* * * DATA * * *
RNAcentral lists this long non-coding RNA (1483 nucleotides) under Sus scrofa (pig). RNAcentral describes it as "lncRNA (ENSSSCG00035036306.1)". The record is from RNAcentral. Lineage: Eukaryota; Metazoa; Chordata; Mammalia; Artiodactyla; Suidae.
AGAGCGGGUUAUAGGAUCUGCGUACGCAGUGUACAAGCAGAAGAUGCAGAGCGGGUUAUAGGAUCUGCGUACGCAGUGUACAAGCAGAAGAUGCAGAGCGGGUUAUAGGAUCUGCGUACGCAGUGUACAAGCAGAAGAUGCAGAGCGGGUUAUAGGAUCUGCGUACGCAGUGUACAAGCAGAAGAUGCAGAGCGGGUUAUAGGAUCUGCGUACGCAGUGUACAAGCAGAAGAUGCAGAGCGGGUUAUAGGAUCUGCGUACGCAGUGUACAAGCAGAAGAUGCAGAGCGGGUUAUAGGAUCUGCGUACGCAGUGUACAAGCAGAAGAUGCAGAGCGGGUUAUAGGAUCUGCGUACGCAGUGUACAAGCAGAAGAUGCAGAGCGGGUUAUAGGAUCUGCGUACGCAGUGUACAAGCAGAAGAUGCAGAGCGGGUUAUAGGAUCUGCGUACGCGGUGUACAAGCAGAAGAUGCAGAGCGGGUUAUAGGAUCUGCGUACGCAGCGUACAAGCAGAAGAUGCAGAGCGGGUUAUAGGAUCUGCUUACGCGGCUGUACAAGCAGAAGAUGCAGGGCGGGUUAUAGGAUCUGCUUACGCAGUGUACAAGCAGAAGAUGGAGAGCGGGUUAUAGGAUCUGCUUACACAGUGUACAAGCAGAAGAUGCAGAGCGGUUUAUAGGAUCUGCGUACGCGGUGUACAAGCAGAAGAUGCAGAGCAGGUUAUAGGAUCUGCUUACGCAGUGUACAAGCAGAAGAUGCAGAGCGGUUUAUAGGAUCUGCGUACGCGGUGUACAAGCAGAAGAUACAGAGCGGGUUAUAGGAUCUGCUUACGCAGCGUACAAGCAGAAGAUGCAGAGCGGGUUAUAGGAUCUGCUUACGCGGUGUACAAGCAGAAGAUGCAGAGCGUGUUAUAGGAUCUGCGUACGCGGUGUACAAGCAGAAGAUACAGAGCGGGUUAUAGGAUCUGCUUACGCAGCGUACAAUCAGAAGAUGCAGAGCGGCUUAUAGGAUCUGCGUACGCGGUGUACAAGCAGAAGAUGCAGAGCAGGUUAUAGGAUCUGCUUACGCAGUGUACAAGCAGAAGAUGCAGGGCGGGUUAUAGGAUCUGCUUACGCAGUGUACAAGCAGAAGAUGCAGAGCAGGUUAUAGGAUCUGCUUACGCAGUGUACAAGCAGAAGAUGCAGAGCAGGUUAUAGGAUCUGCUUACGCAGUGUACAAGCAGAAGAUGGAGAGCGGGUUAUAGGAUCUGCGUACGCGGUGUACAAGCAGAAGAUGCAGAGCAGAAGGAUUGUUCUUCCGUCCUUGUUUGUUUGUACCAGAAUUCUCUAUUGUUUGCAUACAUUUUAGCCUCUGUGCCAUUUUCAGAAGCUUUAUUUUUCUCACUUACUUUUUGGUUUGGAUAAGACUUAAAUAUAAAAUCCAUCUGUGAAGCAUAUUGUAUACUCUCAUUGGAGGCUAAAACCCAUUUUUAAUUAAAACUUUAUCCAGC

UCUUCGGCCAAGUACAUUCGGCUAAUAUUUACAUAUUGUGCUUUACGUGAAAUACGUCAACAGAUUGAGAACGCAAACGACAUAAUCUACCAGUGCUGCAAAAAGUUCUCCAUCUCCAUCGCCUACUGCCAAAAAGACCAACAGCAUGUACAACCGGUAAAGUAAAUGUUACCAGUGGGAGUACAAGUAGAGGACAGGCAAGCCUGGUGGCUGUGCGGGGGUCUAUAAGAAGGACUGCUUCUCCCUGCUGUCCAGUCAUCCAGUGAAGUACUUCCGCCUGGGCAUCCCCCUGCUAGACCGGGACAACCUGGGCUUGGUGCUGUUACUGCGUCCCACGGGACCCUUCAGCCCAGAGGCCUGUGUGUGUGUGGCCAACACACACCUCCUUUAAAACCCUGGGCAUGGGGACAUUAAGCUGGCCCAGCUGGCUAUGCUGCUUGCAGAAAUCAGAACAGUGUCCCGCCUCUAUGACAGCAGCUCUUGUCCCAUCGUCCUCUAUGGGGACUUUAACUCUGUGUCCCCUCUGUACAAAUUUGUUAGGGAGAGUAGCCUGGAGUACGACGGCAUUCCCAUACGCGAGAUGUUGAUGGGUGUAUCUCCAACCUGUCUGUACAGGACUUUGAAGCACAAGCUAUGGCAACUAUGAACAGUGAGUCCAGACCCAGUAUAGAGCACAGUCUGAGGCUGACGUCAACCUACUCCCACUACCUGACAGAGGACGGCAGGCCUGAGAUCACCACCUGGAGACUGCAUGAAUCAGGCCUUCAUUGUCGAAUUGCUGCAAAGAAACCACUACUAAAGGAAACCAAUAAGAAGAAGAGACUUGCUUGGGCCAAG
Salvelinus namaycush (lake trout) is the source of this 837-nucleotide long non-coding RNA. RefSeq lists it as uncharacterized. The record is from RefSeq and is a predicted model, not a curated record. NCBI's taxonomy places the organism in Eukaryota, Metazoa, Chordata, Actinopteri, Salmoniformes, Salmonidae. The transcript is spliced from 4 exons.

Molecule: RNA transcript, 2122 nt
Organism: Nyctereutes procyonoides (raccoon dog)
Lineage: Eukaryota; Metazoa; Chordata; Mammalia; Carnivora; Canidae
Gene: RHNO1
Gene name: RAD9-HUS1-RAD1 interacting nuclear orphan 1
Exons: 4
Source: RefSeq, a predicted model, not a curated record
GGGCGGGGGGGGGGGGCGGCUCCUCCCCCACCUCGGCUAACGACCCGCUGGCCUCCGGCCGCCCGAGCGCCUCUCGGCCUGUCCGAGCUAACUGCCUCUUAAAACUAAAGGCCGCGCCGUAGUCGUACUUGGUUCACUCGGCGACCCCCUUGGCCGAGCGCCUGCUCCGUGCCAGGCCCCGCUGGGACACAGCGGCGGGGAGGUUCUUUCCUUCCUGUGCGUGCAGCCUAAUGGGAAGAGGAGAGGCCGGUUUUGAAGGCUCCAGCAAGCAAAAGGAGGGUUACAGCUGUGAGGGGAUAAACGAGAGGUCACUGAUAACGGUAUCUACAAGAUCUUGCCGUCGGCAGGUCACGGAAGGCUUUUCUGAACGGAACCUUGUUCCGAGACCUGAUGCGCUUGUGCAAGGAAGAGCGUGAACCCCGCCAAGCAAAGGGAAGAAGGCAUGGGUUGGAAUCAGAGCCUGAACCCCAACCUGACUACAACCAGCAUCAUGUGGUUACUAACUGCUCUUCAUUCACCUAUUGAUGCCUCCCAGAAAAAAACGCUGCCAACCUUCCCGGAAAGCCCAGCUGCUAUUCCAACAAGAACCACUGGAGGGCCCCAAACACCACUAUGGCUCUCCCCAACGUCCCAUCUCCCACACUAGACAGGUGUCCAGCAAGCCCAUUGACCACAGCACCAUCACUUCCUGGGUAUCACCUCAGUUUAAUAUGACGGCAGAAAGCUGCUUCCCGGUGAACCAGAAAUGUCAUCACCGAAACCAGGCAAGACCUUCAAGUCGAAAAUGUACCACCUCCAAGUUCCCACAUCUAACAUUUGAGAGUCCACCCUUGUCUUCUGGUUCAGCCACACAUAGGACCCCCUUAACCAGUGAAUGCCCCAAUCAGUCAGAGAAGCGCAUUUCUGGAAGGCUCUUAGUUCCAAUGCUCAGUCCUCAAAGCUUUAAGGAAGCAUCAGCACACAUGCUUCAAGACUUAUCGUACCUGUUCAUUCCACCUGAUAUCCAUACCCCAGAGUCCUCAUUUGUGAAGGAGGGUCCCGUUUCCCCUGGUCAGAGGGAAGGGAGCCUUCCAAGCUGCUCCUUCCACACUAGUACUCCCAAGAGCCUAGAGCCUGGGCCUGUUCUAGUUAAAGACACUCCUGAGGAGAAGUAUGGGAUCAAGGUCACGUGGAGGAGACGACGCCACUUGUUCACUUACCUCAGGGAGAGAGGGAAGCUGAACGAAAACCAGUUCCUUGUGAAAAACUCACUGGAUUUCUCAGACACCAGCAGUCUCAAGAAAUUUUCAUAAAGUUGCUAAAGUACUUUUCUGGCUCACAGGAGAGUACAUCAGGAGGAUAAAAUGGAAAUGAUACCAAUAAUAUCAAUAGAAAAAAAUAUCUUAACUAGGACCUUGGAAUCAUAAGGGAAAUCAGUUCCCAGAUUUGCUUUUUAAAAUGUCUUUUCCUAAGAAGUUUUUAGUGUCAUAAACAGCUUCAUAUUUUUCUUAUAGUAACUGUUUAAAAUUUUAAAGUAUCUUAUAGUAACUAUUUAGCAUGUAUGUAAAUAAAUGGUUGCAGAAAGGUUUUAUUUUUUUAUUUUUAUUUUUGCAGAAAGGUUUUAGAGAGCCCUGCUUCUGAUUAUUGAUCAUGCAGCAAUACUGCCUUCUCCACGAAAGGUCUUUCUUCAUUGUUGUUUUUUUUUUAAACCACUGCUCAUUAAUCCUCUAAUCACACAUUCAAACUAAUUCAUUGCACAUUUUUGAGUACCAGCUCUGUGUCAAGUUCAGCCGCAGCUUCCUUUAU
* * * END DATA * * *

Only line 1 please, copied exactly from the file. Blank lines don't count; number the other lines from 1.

RNAcentral lists this long non-coding RNA (1483 nucleotides) under Sus scrofa (pig). RNAcentral describes it as "lncRNA (ENSSSCG00035036306.1)". The record is from RNAcentral. Lineage: Eukaryota; Metazoa; Chordata; Mammalia; Artiodactyla; Suidae.